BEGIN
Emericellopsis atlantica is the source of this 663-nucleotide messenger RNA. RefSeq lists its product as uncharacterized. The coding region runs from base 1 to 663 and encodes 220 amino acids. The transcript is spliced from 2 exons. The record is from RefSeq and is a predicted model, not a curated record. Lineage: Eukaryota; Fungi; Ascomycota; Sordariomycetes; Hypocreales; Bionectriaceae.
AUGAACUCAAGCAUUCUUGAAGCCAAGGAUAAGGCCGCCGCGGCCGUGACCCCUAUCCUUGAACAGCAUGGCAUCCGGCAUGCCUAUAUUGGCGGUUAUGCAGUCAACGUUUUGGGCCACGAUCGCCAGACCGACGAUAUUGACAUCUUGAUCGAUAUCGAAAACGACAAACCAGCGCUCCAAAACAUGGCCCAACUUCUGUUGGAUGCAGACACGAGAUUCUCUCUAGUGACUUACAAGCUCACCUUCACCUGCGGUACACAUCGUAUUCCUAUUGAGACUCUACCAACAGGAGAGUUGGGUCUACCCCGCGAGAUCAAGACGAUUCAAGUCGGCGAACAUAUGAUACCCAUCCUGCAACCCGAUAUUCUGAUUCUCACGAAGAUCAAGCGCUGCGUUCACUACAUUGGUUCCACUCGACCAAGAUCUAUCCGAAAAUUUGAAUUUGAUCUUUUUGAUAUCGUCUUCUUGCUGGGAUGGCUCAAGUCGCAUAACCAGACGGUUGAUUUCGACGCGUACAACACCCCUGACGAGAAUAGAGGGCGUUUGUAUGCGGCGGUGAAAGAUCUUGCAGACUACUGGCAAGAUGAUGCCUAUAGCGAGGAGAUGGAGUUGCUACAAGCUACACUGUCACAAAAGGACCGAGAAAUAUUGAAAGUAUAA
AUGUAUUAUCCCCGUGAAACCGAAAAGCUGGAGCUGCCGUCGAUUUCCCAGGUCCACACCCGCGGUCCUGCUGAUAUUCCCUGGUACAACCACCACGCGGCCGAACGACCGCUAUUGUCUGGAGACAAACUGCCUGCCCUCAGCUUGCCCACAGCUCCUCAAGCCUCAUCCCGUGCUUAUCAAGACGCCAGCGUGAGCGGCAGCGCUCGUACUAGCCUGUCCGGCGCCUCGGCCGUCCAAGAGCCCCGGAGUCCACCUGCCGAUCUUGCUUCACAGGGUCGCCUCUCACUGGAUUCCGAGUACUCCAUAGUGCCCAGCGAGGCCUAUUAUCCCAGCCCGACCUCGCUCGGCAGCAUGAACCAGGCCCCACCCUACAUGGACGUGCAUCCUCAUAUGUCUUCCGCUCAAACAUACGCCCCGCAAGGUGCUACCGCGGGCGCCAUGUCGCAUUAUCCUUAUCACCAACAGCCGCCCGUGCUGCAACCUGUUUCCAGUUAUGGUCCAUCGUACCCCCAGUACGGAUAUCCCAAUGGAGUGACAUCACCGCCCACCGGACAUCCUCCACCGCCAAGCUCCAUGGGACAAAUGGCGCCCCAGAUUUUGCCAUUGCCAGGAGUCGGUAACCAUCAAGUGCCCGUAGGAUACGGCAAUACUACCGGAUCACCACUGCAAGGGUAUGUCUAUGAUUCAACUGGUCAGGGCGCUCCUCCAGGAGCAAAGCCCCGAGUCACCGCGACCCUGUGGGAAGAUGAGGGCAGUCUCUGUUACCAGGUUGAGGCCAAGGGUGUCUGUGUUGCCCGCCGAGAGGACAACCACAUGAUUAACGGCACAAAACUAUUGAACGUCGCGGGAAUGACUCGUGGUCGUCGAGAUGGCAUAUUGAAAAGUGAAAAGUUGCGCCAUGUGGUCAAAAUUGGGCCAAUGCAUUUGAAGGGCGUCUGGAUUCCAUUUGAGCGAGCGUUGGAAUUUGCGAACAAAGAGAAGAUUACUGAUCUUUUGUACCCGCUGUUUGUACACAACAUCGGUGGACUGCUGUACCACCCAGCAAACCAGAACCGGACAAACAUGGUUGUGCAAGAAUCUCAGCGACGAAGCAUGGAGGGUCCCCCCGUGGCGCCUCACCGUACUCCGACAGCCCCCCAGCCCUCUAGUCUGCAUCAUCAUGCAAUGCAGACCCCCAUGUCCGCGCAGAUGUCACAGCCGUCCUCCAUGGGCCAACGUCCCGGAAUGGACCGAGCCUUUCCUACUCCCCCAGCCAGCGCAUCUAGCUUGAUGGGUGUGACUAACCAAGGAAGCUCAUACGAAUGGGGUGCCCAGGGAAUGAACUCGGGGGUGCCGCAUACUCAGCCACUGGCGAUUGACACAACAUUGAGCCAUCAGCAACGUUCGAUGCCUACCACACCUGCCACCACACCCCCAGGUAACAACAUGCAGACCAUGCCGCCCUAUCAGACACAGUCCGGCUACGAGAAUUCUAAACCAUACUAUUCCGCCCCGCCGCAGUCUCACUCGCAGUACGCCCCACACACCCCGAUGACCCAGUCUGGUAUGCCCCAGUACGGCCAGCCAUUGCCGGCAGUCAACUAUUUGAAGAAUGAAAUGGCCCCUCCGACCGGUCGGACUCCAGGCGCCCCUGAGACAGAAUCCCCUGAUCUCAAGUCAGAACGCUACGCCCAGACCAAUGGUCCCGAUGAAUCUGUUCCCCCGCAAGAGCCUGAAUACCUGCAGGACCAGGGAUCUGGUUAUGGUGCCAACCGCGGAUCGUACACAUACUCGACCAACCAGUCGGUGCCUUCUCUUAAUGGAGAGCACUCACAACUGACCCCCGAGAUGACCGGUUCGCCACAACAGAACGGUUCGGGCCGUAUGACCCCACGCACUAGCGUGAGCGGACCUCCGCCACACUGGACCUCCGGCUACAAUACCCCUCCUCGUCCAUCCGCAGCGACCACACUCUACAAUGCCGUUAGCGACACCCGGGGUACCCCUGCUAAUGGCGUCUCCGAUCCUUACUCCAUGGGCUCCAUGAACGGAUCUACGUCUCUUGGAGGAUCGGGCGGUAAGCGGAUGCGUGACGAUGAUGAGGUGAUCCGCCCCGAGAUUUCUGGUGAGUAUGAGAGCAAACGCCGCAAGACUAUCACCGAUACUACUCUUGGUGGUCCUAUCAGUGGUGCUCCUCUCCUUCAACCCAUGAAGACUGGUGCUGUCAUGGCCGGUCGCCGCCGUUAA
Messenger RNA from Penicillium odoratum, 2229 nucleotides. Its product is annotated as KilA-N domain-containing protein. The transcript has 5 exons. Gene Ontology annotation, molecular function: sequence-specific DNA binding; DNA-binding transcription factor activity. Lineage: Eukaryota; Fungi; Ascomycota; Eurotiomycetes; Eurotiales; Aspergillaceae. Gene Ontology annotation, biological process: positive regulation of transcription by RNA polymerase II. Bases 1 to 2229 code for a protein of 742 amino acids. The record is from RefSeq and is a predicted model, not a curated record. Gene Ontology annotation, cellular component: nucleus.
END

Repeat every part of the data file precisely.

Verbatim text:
Emericellopsis atlantica is the source of this 663-nucleotide messenger RNA. RefSeq lists its product as uncharacterized. The coding region runs from base 1 to 663 and encodes 220 amino acids. The transcript is spliced from 2 exons. The record is from RefSeq and is a predicted model, not a curated record. Lineage: Eukaryota; Fungi; Ascomycota; Sordariomycetes; Hypocreales; Bionectriaceae.
AUGAACUCAAGCAUUCUUGAAGCCAAGGAUAAGGCCGCCGCGGCCGUGACCCCUAUCCUUGAACAGCAUGGCAUCCGGCAUGCCUAUAUUGGCGGUUAUGCAGUCAACGUUUUGGGCCACGAUCGCCAGACCGACGAUAUUGACAUCUUGAUCGAUAUCGAAAACGACAAACCAGCGCUCCAAAACAUGGCCCAACUUCUGUUGGAUGCAGACACGAGAUUCUCUCUAGUGACUUACAAGCUCACCUUCACCUGCGGUACACAUCGUAUUCCUAUUGAGACUCUACCAACAGGAGAGUUGGGUCUACCCCGCGAGAUCAAGACGAUUCAAGUCGGCGAACAUAUGAUACCCAUCCUGCAACCCGAUAUUCUGAUUCUCACGAAGAUCAAGCGCUGCGUUCACUACAUUGGUUCCACUCGACCAAGAUCUAUCCGAAAAUUUGAAUUUGAUCUUUUUGAUAUCGUCUUCUUGCUGGGAUGGCUCAAGUCGCAUAACCAGACGGUUGAUUUCGACGCGUACAACACCCCUGACGAGAAUAGAGGGCGUUUGUAUGCGGCGGUGAAAGAUCUUGCAGACUACUGGCAAGAUGAUGCCUAUAGCGAGGAGAUGGAGUUGCUACAAGCUACACUGUCACAAAAGGACCGAGAAAUAUUGAAAGUAUAA
AUGUAUUAUCCCCGUGAAACCGAAAAGCUGGAGCUGCCGUCGAUUUCCCAGGUCCACACCCGCGGUCCUGCUGAUAUUCCCUGGUACAACCACCACGCGGCCGAACGACCGCUAUUGUCUGGAGACAAACUGCCUGCCCUCAGCUUGCCCACAGCUCCUCAAGCCUCAUCCCGUGCUUAUCAAGACGCCAGCGUGAGCGGCAGCGCUCGUACUAGCCUGUCCGGCGCCUCGGCCGUCCAAGAGCCCCGGAGUCCACCUGCCGAUCUUGCUUCACAGGGUCGCCUCUCACUGGAUUCCGAGUACUCCAUAGUGCCCAGCGAGGCCUAUUAUCCCAGCCCGACCUCGCUCGGCAGCAUGAACCAGGCCCCACCCUACAUGGACGUGCAUCCUCAUAUGUCUUCCGCUCAAACAUACGCCCCGCAAGGUGCUACCGCGGGCGCCAUGUCGCAUUAUCCUUAUCACCAACAGCCGCCCGUGCUGCAACCUGUUUCCAGUUAUGGUCCAUCGUACCCCCAGUACGGAUAUCCCAAUGGAGUGACAUCACCGCCCACCGGACAUCCUCCACCGCCAAGCUCCAUGGGACAAAUGGCGCCCCAGAUUUUGCCAUUGCCAGGAGUCGGUAACCAUCAAGUGCCCGUAGGAUACGGCAAUACUACCGGAUCACCACUGCAAGGGUAUGUCUAUGAUUCAACUGGUCAGGGCGCUCCUCCAGGAGCAAAGCCCCGAGUCACCGCGACCCUGUGGGAAGAUGAGGGCAGUCUCUGUUACCAGGUUGAGGCCAAGGGUGUCUGUGUUGCCCGCCGAGAGGACAACCACAUGAUUAACGGCACAAAACUAUUGAACGUCGCGGGAAUGACUCGUGGUCGUCGAGAUGGCAUAUUGAAAAGUGAAAAGUUGCGCCAUGUGGUCAAAAUUGGGCCAAUGCAUUUGAAGGGCGUCUGGAUUCCAUUUGAGCGAGCGUUGGAAUUUGCGAACAAAGAGAAGAUUACUGAUCUUUUGUACCCGCUGUUUGUACACAACAUCGGUGGACUGCUGUACCACCCAGCAAACCAGAACCGGACAAACAUGGUUGUGCAAGAAUCUCAGCGACGAAGCAUGGAGGGUCCCCCCGUGGCGCCUCACCGUACUCCGACAGCCCCCCAGCCCUCUAGUCUGCAUCAUCAUGCAAUGCAGACCCCCAUGUCCGCGCAGAUGUCACAGCCGUCCUCCAUGGGCCAACGUCCCGGAAUGGACCGAGCCUUUCCUACUCCCCCAGCCAGCGCAUCUAGCUUGAUGGGUGUGACUAACCAAGGAAGCUCAUACGAAUGGGGUGCCCAGGGAAUGAACUCGGGGGUGCCGCAUACUCAGCCACUGGCGAUUGACACAACAUUGAGCCAUCAGCAACGUUCGAUGCCUACCACACCUGCCACCACACCCCCAGGUAACAACAUGCAGACCAUGCCGCCCUAUCAGACACAGUCCGGCUACGAGAAUUCUAAACCAUACUAUUCCGCCCCGCCGCAGUCUCACUCGCAGUACGCCCCACACACCCCGAUGACCCAGUCUGGUAUGCCCCAGUACGGCCAGCCAUUGCCGGCAGUCAACUAUUUGAAGAAUGAAAUGGCCCCUCCGACCGGUCGGACUCCAGGCGCCCCUGAGACAGAAUCCCCUGAUCUCAAGUCAGAACGCUACGCCCAGACCAAUGGUCCCGAUGAAUCUGUUCCCCCGCAAGAGCCUGAAUACCUGCAGGACCAGGGAUCUGGUUAUGGUGCCAACCGCGGAUCGUACACAUACUCGACCAACCAGUCGGUGCCUUCUCUUAAUGGAGAGCACUCACAACUGACCCCCGAGAUGACCGGUUCGCCACAACAGAACGGUUCGGGCCGUAUGACCCCACGCACUAGCGUGAGCGGACCUCCGCCACACUGGACCUCCGGCUACAAUACCCCUCCUCGUCCAUCCGCAGCGACCACACUCUACAAUGCCGUUAGCGACACCCGGGGUACCCCUGCUAAUGGCGUCUCCGAUCCUUACUCCAUGGGCUCCAUGAACGGAUCUACGUCUCUUGGAGGAUCGGGCGGUAAGCGGAUGCGUGACGAUGAUGAGGUGAUCCGCCCCGAGAUUUCUGGUGAGUAUGAGAGCAAACGCCGCAAGACUAUCACCGAUACUACUCUUGGUGGUCCUAUCAGUGGUGCUCCUCUCCUUCAACCCAUGAAGACUGGUGCUGUCAUGGCCGGUCGCCGCCGUUAA
Messenger RNA from Penicillium odoratum, 2229 nucleotides. Its product is annotated as KilA-N domain-containing protein. The transcript has 5 exons. Gene Ontology annotation, molecular function: sequence-specific DNA binding; DNA-binding transcription factor activity. Lineage: Eukaryota; Fungi; Ascomycota; Eurotiomycetes; Eurotiales; Aspergillaceae. Gene Ontology annotation, biological process: positive regulation of transcription by RNA polymerase II. Bases 1 to 2229 code for a protein of 742 amino acids. The record is from RefSeq and is a predicted model, not a curated record. Gene Ontology annotation, cellular component: nucleus.